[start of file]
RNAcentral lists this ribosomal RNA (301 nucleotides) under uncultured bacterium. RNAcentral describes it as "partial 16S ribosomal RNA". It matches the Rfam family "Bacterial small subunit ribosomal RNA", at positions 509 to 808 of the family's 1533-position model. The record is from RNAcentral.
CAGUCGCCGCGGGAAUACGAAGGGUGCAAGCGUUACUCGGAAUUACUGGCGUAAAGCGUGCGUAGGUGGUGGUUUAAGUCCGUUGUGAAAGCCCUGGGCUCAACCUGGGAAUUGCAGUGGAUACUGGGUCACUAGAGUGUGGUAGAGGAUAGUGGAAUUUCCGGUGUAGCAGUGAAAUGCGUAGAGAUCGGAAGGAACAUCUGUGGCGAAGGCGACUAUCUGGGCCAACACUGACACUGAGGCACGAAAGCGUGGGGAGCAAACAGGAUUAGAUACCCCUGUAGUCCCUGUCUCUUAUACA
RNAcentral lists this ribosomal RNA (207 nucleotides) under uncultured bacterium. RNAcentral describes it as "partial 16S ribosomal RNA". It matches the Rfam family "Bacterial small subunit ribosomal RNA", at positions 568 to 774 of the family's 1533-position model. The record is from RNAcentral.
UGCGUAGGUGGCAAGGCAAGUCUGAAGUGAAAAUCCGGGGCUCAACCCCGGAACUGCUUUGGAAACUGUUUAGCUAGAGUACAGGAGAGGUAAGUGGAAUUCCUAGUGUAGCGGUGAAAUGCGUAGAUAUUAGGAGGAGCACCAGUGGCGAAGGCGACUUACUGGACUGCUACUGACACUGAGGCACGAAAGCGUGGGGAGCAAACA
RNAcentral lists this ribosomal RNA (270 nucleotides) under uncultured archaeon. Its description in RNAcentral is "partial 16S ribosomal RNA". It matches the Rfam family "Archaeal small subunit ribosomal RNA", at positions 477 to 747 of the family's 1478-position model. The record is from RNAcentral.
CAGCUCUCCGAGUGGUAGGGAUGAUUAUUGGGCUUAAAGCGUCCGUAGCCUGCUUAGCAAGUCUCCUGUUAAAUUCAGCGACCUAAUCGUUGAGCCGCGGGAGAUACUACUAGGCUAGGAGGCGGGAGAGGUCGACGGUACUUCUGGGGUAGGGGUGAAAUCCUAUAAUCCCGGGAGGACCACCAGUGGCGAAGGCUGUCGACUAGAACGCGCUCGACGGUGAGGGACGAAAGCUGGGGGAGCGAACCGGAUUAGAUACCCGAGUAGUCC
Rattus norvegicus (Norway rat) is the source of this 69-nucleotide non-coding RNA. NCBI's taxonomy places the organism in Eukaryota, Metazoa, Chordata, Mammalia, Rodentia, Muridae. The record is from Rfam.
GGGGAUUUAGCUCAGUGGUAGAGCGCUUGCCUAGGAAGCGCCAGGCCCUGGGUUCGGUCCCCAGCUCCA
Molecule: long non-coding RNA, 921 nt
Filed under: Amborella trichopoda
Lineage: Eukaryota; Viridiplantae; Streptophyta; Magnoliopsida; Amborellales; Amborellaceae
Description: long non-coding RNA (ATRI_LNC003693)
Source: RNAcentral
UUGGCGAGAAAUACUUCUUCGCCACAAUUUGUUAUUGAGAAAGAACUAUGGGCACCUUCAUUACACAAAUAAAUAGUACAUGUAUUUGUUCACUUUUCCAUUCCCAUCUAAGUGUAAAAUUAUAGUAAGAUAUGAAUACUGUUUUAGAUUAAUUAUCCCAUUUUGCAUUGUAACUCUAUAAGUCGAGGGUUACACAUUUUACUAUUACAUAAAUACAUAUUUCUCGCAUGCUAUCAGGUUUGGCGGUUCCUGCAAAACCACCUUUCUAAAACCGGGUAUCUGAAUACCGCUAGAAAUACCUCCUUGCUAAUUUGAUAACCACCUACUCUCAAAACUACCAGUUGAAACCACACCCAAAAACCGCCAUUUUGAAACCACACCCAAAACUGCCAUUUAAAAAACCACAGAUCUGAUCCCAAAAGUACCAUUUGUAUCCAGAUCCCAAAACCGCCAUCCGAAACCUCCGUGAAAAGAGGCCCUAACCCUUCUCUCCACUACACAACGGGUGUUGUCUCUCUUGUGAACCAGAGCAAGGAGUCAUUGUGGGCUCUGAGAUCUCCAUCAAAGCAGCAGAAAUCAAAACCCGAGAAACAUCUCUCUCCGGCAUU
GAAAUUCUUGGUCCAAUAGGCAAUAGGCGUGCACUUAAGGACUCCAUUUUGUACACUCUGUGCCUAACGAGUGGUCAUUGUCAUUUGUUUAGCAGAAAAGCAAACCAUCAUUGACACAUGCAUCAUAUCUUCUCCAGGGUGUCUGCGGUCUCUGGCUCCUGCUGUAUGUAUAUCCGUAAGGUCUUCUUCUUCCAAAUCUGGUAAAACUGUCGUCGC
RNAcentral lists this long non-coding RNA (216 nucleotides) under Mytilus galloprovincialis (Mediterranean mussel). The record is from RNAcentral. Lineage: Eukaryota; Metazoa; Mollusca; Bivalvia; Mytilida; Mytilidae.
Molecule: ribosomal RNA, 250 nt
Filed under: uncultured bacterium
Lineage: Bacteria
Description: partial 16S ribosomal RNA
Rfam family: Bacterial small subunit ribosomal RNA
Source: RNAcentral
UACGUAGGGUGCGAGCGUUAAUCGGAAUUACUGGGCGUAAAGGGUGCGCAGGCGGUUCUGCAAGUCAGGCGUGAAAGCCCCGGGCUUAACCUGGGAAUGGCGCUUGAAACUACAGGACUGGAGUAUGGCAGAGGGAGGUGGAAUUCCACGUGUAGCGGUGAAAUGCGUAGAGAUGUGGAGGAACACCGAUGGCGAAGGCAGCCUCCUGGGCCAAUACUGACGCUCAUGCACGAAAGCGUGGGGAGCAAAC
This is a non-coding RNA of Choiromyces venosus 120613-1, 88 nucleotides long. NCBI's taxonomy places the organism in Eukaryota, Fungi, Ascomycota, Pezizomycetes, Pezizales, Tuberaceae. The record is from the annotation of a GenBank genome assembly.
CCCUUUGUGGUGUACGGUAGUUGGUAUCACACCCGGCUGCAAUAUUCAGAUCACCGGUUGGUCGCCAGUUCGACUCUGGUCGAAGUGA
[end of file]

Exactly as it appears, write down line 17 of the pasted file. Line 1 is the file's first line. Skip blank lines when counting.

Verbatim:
Molecule: ribosomal RNA, 250 nt